How can you earn money from your solar panels?

Published
January 26th, 2023

Homeowners with solar panels are making money by selling their unused energy – and you should too.

Large energy suppliers in the UK are obliged to pay households for renewable energy they export to the National Grid, under the Smart Export Guarantee (SEG) scheme.

What is the Smart Export Guarantee?

The Smart Export Guarantee is a government-backed initiative that compels large energy suppliers to pay homeowners for renewable energy they send back to the National Grid.

If you produce energy with solar panels, wind turbines, micro combined heat and power, hydro, or anaerobic digestion, you can request payments from one of more than a dozen companies.

This scheme is hugely beneficial to homeowners looking to save money with solar. SEG began in January 2020 as a replacement for the defunct Feed-in Tariff (FiT), but works differently – mainly because it puts the responsibility on consumers to choose the best rate.

It’s especially profitable for anyone with solar panels, because unless you have a solar battery, you’ll likely export half of your power back to the Grid – so why not get paid for it?

How much you could earn?

Octopus offers the best SEG rate, paying out 15p for every kWh of renewable electricity a household sends to the Grid.

This is only available to its own customers, though – it pays other households 4.1p per kWh. Octopus’s Christina Hess explained to The Eco Experts that this was because “it takes a lot of effort to set up an export tariff – the process is therefore quite costly for us.

“However, if a customer also imports electricity from us, we’re more likely to make a margin (please note that due to the current grid set up of network admin, levies and distribution costs it’s usually net negative for us to offer any kind of export tariff).

“This means that we are able to offer a better rate to customers who export and import electricity through us.”

You should also check out Octopus’s Agile Outgoing tariff, which pays you according to shifting wholesale prices.

This tariff has hovered around 20p per kWh over the past 12 months – a fantastic rate – and went above £2 per kWh at one point, according to Energy Stats UK.

Is the Smart Export Guarantee good enough?

The Smart Export Guarantee is a positive development, but goes nowhere near far enough to reward solar households or encourage prospective buyers.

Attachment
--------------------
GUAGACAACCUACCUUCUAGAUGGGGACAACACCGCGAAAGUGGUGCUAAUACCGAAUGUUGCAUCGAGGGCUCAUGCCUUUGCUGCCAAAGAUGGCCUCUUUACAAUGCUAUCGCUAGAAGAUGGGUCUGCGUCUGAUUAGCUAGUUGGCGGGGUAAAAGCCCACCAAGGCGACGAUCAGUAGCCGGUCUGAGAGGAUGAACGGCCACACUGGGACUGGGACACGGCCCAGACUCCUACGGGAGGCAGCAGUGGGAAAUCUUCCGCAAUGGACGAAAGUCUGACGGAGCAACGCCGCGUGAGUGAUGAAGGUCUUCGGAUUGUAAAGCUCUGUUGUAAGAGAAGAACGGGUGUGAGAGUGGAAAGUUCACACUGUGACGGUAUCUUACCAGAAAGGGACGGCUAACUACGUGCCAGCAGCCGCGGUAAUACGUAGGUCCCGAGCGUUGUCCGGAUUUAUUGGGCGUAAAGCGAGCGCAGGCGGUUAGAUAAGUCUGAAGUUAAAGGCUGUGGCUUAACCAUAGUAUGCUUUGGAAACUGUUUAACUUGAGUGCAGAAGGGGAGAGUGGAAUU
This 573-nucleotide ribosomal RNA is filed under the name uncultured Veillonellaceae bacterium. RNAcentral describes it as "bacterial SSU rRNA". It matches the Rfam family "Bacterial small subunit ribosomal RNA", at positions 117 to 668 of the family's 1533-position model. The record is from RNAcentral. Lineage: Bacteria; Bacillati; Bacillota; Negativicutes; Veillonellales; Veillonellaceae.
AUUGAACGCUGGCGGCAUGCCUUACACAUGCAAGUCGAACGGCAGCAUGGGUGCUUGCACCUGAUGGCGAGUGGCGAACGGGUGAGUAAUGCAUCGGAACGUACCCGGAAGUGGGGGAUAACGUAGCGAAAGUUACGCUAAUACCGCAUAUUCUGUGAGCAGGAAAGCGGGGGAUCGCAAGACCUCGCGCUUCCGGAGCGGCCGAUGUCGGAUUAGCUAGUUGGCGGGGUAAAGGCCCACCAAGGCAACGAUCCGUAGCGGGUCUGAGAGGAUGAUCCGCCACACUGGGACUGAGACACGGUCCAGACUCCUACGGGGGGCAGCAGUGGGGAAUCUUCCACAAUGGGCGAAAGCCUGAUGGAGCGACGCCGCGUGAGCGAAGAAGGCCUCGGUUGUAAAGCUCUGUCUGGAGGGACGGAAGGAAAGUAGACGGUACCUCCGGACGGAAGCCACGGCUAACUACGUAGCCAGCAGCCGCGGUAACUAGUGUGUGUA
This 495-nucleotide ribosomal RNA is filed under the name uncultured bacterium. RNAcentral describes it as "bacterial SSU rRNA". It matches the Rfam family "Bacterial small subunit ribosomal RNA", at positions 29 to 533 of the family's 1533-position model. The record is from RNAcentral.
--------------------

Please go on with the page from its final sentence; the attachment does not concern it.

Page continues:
The best Smart Export Guarantee tariff is Octopus’s 15p per kWh offering, while the standard rate consumers pay for electricity is currently 34p per kWh.

That means the Smart Export Guarantee allows companies to buy electricity from you for, at most, less than half of the price they charge you.

Octopus's 15p rate is at least much higher than the Feed-in Tariff’s last export rate, which was 3.8p per kWh when it ended in 2019.

The government rightly stepped in to ensure your unused solar power isn’t sent to the Grid for free, but solar panel owners are still being massively underpaid for the electricity they generate.

What supplier should I choose? 

You can choose any supplier for your SEG tariff.

It doesn’t have to be the supplier that provides you with electricity – so we advise you to find the best rate, and go for it.

Will the Smart Export Guarantee increase?

The Eco Experts contacted all 15 suppliers which provide an SEG tariff, and just two told us they were planning on increasing their rates.

So Energy, which currently offers a 5p per kWh rate, and EDF – which pays just 1.5p per kWh, as we mentioned above – were the only suppliers to commit to a higher tariff.

EDF has made good on this promise – though its tariff for non-customers is still appallingly low – but So Energy hasn't followed through yet.

And regardless, more suppliers need to raise their rates.

Energy companies currently pay households 13% of what their solar energy is worth. That's outrageous.

You should still sign up for an SEG tariff, because otherwise you're leaving free money on the table – but your solar power is worth more than this.

Reference: 

  1. https://www.theecoexperts.co.uk/solar-panels/smart-export-guarantee
  2. https://www.energy-stats.uk/octopus-agile/